Saturday, May 05, 2012

We interrupt this travelogue ...

... to bring you a post about bees.
Some friends ordered a package of bees for their hive this year. The swarm that took up residence last year did not survive the winter and they didn't want to gamble on getting another swarm from me. Good thing, since I haven't gotten any swarm calls this year, surprisingly.
The bees were supposed to be ready a couple of weeks ago, but delivery was pushed back to today – when my friends were out of town. So it was up to me to collect them. I should've asked how many packages the beekeeper started with; probably three times as many as you see above, as pickups were divided into three time slots and I was in the last slot.
He was also selling individual queens, which he sent home with their new owners in red plastic cups with perforated tinfoil on top.
Before the bees went out, they were given a spritz of sugar water by the beekeeper's kids. (I was impressed when the little girl came over and said, "Daddy, I have a bee in my hair." She knew not to try to get it out herself and risk getting stung!)
The day was hot, so I didn't dilly-dally. The bees rode in the back of the Subaru. A few loose ones hovered around back there, but I had the air conditioning blasting so they wouldn't be tempted to come forward.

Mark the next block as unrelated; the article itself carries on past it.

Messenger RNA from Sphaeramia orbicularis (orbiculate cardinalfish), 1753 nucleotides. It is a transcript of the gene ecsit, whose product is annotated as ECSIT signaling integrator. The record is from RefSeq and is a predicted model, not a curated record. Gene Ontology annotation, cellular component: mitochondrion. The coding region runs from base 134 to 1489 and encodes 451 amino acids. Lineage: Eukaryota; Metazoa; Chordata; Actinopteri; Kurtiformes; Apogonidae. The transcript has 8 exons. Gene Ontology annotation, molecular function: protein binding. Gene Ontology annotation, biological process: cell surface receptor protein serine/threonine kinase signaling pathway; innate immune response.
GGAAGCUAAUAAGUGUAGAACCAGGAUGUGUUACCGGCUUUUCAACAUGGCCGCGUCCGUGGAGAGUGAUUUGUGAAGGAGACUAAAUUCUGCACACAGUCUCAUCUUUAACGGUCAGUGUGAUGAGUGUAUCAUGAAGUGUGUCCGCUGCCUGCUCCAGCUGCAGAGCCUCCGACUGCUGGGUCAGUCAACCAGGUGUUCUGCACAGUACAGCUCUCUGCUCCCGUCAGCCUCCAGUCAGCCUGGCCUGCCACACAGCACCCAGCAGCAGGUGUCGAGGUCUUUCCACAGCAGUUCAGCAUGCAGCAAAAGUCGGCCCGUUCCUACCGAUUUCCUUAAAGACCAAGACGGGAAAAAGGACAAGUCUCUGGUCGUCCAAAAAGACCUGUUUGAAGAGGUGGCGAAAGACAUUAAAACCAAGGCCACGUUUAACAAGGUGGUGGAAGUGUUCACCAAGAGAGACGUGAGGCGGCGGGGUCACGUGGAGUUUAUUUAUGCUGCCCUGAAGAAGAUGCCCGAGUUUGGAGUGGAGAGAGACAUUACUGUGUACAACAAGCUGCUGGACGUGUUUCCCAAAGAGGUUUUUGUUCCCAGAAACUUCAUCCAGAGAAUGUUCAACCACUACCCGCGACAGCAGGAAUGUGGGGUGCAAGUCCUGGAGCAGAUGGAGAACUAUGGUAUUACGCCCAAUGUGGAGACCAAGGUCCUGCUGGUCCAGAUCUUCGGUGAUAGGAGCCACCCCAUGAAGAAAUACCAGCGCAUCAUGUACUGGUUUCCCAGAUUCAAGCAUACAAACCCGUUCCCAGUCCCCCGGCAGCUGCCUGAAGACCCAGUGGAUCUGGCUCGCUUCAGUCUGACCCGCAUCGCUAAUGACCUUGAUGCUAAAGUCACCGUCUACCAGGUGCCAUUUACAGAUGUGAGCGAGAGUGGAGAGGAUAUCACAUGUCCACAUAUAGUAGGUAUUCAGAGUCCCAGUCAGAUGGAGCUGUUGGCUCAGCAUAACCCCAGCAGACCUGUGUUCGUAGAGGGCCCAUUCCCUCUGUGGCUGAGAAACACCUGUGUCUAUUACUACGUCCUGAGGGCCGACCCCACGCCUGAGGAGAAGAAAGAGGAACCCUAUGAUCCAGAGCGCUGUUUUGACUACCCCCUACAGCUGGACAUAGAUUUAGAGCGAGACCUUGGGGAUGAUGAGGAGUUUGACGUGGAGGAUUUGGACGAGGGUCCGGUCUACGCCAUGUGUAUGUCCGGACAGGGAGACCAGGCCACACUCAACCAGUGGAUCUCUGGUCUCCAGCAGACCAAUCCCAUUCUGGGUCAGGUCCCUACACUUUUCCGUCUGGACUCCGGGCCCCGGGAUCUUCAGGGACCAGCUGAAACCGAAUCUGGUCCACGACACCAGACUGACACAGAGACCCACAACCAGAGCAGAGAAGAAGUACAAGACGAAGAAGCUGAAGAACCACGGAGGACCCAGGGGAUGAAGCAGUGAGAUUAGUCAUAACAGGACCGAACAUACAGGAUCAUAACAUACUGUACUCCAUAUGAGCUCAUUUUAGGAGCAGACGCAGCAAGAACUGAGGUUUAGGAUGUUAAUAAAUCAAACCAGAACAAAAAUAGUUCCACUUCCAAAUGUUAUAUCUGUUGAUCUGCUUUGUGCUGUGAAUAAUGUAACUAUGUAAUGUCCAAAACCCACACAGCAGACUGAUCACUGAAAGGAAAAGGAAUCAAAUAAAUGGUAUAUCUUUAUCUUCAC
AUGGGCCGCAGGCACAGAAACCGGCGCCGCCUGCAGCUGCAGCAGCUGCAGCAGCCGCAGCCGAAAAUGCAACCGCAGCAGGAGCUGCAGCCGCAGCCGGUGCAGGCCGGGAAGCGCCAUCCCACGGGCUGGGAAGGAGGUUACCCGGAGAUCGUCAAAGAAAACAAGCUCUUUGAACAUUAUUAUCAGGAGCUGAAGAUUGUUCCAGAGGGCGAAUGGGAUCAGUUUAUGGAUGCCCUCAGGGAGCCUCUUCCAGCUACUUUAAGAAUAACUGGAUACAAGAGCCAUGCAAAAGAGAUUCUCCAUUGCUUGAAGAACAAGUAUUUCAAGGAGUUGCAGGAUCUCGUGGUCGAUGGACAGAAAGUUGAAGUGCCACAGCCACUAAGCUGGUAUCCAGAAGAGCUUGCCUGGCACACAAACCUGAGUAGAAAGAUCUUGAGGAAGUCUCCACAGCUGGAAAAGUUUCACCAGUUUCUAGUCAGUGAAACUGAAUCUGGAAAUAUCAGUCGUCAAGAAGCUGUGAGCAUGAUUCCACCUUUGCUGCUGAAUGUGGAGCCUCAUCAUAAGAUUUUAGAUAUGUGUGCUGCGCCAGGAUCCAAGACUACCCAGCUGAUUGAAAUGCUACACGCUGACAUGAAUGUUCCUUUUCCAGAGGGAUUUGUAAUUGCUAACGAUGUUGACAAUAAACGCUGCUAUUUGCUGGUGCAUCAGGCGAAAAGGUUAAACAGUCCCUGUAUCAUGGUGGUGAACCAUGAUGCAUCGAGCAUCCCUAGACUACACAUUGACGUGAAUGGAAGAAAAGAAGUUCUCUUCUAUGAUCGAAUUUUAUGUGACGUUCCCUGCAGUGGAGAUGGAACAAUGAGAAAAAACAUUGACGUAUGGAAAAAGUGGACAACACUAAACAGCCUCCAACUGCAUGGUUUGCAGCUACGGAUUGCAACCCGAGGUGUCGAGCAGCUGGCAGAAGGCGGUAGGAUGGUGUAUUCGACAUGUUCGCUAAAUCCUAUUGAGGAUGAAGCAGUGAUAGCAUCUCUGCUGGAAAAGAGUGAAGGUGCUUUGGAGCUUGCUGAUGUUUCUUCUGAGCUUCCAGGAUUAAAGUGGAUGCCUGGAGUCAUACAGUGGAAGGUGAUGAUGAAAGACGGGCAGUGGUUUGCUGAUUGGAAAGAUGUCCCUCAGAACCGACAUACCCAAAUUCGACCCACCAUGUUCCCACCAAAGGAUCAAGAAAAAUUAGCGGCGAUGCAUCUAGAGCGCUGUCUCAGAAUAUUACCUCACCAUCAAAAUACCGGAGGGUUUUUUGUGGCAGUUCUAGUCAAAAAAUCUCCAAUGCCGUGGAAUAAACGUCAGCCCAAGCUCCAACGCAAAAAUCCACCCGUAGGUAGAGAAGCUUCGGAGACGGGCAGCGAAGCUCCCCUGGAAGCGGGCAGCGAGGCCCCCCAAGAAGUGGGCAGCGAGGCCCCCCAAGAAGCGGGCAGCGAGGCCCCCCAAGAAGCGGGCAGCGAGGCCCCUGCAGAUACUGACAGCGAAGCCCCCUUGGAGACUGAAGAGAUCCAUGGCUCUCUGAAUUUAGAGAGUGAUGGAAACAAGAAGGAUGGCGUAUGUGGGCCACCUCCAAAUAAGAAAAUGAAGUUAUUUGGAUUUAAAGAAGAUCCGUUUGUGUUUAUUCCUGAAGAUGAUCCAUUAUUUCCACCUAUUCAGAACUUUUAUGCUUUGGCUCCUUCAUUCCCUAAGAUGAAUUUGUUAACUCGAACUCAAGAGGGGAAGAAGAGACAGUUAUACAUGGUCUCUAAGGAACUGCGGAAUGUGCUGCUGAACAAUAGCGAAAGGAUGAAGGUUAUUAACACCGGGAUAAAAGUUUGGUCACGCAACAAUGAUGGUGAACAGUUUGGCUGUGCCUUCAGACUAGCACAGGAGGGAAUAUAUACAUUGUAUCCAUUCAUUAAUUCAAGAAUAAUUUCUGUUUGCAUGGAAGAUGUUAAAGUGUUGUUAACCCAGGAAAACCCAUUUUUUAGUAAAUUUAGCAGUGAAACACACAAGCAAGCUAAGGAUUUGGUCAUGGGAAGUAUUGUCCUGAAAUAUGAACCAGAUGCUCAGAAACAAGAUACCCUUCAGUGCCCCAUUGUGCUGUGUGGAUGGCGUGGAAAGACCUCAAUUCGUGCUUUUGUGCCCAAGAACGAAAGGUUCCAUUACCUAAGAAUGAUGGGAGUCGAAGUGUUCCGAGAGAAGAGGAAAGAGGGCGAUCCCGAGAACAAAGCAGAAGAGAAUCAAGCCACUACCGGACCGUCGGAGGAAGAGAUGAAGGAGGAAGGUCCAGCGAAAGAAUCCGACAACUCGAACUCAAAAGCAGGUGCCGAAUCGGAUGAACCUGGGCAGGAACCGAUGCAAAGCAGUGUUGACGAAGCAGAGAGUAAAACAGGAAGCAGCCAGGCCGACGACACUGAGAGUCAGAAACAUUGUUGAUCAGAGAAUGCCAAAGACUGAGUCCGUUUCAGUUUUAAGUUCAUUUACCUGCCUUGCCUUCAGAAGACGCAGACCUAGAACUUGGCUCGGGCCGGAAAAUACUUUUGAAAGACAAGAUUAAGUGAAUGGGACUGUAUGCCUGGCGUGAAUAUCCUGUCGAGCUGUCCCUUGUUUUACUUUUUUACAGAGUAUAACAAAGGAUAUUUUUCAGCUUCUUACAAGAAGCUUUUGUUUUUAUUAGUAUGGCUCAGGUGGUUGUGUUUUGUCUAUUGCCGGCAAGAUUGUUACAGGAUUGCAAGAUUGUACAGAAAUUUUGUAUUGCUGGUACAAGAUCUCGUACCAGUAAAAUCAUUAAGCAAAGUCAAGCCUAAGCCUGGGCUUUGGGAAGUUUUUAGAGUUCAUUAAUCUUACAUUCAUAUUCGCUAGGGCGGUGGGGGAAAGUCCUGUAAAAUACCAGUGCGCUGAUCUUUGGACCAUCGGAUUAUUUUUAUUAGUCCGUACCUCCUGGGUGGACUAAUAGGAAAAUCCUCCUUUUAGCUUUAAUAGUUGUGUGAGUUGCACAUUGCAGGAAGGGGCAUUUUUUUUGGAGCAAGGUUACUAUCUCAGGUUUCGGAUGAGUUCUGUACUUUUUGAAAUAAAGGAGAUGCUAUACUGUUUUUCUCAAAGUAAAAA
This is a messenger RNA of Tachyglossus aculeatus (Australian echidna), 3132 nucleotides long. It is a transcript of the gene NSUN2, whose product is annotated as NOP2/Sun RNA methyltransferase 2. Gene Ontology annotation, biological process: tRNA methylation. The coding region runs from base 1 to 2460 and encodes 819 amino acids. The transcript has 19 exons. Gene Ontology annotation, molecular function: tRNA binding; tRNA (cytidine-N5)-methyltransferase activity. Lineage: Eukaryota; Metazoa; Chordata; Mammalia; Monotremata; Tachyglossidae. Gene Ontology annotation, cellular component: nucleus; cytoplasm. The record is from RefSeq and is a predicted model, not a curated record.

My friends' hive was all set up. I rearranged it a little to make the space they would be in smaller. It's supposed to cool off for a couple of days and it's better if they don't feel too exposed in a big hive.
There was one sheet of foundation to give them a head start. (I hung the queen next to it.)
And feeders at both ends, with sugar syrup. Since these bees are not a natural swarm, they did not stock up on honey and will be hungry.
If you have patience, you can watch the video. I didn't get any pictures of the process since I was by myself. I didn't edit it down, sorry. If I start messing around with iMovie it'll take hours.

So. Took the feeder can out, took the queen in her cage and hung her in the hive, then shook the rest of the bees in and replaced the top bars. In a couple of days I'll go back and release the queen, by which time the workers should have accepted her as their own.


  1. Wow...that was fascinating. You are so calm around them.

  2. Don't think my other comment went through Kit basically I am so impressed with how knowleagable and competent you sound apologies if you get it twice

  3. Loved the video and I'll watch it again I'm sure.